An Empowerment Trust success story
By Mohair Journal 2017/18

Wednesday, 1st August 2018

How a love of farming became an Empowerment Trust success story


2019 - The Mohair Empowerment Trust success story Doornrivier Farm, has expanded recently bringing their total number of Angora goats to around 2000! Doornrivier Farm is going into 2020 with a revamped shearing shed by Eastern Cape, Department of Rural Development and Agrarian Reform.

"A man must have cattle."

These are the words that started a love of farming that has seen two brothers grow their agricultural operations from a handful of cows to a successful multi-faceted farm that includes the most successful partnership the Mohair Empowerment Trust has launched to date.

Simphiwe Fani, 42, and his older brother Linda, 55, currently have more than 130 head of cattle, 120 boer goats and more than 1000 sheep, but their pride and joy is the herd of more than 1000 angora goats which they are slowly turning into their most lucrative asset.


Their journey began 20 years ago with the wise words their grandfather imparted to Linda.

“My grandfather always told me that a man needs cattle. It represents his wealth and success. Farming was not necessarily the goal, but over time it has become our passion,” he said.

The Fani brothers were born and raised in Tarkastad, a small town in the centre of South Africa’s Eastern Cape Province, where agriculture is the main economic driver.

Together Linda and Simphiwe approached Landbank for a small loan – R12 000 with which they bought four head of cattle but, without land of their own, the cattle had to go to a nearby government-owned communal farm.

“Over time we were able to repay that loan. Then, through further loans and money from our own pockets, we were able to expand our operations,” Simphiwe explained.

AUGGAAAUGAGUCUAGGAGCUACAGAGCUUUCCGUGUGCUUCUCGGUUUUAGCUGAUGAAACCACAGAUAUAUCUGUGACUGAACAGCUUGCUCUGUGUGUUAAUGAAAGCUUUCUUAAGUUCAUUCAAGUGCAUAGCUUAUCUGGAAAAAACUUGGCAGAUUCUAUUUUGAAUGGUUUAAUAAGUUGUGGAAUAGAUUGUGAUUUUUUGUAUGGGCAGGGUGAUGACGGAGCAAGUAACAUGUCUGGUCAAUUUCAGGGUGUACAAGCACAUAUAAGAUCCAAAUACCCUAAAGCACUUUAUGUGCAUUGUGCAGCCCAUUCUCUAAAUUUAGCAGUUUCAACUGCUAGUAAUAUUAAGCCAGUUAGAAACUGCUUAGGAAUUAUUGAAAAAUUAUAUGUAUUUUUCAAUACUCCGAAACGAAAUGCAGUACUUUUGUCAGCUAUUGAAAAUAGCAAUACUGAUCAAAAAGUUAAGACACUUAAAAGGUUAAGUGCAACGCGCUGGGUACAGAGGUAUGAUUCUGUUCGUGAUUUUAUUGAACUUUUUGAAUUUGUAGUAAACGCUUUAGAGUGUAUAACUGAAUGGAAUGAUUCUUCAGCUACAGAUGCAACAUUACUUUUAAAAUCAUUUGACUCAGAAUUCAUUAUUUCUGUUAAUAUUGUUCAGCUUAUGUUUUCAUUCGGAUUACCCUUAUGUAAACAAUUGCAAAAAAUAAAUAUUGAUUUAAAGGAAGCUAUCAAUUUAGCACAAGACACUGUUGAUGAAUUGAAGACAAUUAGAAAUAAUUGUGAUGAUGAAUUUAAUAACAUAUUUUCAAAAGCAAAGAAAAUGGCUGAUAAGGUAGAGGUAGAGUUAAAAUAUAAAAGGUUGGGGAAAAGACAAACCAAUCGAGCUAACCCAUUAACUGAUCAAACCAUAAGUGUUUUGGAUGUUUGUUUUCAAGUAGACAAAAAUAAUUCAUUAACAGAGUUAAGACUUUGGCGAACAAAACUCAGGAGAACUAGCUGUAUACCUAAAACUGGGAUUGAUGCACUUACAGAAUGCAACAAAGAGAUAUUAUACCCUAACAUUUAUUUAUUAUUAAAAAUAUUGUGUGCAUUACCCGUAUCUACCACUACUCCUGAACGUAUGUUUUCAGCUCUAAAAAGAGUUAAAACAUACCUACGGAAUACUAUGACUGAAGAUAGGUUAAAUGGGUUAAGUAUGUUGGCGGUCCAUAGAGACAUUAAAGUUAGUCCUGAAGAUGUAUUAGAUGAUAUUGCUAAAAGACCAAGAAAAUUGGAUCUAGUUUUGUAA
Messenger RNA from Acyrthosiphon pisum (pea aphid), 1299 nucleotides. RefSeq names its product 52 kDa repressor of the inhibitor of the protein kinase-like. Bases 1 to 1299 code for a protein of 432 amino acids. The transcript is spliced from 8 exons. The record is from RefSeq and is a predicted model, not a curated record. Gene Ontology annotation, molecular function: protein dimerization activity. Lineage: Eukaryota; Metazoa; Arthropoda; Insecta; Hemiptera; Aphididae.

As their herds grew they needed more space and grazing, and their cattle were moved from one government farm to the other. This went on for more than a decade, until 2012 when their hard work and dedication finally paid off.

“We submitted an application to the Department of Rural Development and Agrarian Reform, hoping that we could get some land of our own and find some stability for our operations. And in 2012 we signed a lease agreement for Doornrivier,” Simphiwe said.

However, the 4 500 hectare farm, near Somerset East, was in a very poor condition, and the Fanis had to repair a section of fencing where they could keep their 85 head of cattle and 15 boer goats for the time being.

But their passion and ambition quickly saw them growing their business and branching out into new territory.

They sold some of their cattle to bring a third livestock to the farm, buying 43 sheep ewes and one ram to add further value to their operations and to increase their revenue.

Their success did not go unnoticed, and in 2014 Mohair South Africa identified them as potential beneficiaries of its Empowerment Trust.

Established in 2010, the Empowerment Trust’s aim is to assist emerging farmers to start mohair production on their farms. Beneficiaries are given a certain amount of angora goats, which they repay over a predetermined time period interest-free.

At that stage, the Fanis had done their homework and were planning on adding angora goats to their expanding operation. However, they had planned to do it on their own and initially met the Empowerment Trust’s proposal with a measure of scepticism.

“The former manager met us and told us they were looking at helping emerging farmers. I admit we were very sceptical. Why did they approach us? What was in it for them? But the more we listened the more it started to make sense,” Simphiwe said.

“Besides, we were heading towards angora farming anyway. After discussing it with my brother we realised that our goals, and the goals of the Empowerment Trust, lined up perfectly.”

Their initial agreement read as followed: 1000 angora goats, to the tune of approximately R1-million, repayable over five years, interest-free. This meant 25 percent of the profits from the Fanis mohair clips went towards repaying their debt, and the remaining 75 percent went into their pockets.

But the Fanis had other plans.